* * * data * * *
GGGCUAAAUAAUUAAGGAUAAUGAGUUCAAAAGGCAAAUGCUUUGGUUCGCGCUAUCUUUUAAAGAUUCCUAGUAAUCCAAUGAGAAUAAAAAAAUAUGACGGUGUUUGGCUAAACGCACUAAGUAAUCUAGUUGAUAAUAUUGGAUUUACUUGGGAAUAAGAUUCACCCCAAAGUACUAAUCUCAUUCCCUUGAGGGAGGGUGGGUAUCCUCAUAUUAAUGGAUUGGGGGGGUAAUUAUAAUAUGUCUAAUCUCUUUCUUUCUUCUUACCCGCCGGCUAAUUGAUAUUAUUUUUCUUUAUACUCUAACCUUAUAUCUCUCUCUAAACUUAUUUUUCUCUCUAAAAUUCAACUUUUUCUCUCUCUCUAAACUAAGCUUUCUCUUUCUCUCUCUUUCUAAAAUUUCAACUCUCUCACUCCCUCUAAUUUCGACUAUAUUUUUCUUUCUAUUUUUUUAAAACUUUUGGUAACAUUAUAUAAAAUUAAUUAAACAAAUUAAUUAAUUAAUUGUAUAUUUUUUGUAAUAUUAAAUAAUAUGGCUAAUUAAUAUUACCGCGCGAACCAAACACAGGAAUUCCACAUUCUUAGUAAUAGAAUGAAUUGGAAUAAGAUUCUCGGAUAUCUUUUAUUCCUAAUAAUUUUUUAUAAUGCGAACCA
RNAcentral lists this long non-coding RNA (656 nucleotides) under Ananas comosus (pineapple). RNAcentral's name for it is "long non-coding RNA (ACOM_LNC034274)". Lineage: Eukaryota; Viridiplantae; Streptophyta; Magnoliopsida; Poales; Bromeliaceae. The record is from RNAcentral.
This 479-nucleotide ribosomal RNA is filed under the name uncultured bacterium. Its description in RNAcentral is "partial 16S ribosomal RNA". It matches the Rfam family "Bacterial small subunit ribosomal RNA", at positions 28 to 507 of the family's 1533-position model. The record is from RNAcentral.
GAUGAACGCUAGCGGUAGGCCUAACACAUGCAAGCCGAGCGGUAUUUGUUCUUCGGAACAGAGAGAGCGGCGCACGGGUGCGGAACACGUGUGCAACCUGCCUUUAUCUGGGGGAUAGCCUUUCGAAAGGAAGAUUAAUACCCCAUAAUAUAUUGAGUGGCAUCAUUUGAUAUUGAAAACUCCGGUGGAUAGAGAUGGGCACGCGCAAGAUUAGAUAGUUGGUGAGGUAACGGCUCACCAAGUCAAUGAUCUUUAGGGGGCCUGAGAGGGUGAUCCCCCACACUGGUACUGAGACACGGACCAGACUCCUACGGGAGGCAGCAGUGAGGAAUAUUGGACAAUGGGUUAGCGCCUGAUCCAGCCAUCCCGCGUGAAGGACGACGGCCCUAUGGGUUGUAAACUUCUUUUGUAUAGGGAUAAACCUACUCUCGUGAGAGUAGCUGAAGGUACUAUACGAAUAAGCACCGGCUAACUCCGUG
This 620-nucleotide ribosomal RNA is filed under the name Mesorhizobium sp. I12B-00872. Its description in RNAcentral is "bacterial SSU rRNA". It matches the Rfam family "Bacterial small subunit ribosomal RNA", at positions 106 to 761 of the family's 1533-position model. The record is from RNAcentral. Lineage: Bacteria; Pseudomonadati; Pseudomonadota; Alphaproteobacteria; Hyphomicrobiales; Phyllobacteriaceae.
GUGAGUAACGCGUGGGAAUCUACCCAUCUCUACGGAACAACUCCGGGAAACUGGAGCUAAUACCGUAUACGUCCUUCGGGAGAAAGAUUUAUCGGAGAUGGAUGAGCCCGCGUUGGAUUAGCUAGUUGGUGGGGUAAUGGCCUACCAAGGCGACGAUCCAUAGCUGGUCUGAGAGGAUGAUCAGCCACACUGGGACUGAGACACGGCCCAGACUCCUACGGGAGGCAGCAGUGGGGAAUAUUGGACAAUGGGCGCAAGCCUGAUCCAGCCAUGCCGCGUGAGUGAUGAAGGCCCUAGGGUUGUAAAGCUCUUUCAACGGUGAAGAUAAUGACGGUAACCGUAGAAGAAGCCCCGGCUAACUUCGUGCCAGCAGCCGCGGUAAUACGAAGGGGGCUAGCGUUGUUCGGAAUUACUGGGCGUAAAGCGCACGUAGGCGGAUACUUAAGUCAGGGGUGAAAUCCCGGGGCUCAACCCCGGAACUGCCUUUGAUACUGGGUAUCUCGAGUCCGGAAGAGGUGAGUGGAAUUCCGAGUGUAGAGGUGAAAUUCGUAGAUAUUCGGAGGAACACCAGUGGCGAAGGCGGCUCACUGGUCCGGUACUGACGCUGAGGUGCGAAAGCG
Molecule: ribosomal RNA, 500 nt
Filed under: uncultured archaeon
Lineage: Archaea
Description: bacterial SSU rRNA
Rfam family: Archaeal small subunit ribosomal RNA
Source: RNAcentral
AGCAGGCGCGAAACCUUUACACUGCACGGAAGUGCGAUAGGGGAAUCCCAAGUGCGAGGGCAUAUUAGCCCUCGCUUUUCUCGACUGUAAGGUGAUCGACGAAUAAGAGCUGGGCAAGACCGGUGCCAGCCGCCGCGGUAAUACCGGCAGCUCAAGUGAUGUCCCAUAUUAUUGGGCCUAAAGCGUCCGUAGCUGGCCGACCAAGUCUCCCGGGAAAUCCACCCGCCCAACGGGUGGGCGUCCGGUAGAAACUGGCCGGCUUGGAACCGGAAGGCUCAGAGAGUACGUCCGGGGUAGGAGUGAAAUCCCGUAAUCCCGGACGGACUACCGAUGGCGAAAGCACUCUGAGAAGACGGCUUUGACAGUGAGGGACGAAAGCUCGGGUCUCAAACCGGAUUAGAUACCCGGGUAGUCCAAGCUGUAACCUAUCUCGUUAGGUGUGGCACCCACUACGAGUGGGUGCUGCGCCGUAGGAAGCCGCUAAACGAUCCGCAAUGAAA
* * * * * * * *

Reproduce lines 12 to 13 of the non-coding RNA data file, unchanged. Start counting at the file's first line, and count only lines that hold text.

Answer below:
Source: RNAcentral
AGCAGGCGCGAAACCUUUACACUGCACGGAAGUGCGAUAGGGGAAUCCCAAGUGCGAGGGCAUAUUAGCCCUCGCUUUUCUCGACUGUAAGGUGAUCGACGAAUAAGAGCUGGGCAAGACCGGUGCCAGCCGCCGCGGUAAUACCGGCAGCUCAAGUGAUGUCCCAUAUUAUUGGGCCUAAAGCGUCCGUAGCUGGCCGACCAAGUCUCCCGGGAAAUCCACCCGCCCAACGGGUGGGCGUCCGGUAGAAACUGGCCGGCUUGGAACCGGAAGGCUCAGAGAGUACGUCCGGGGUAGGAGUGAAAUCCCGUAAUCCCGGACGGACUACCGAUGGCGAAAGCACUCUGAGAAGACGGCUUUGACAGUGAGGGACGAAAGCUCGGGUCUCAAACCGGAUUAGAUACCCGGGUAGUCCAAGCUGUAACCUAUCUCGUUAGGUGUGGCACCCACUACGAGUGGGUGCUGCGCCGUAGGAAGCCGCUAAACGAUCCGCAAUGAAA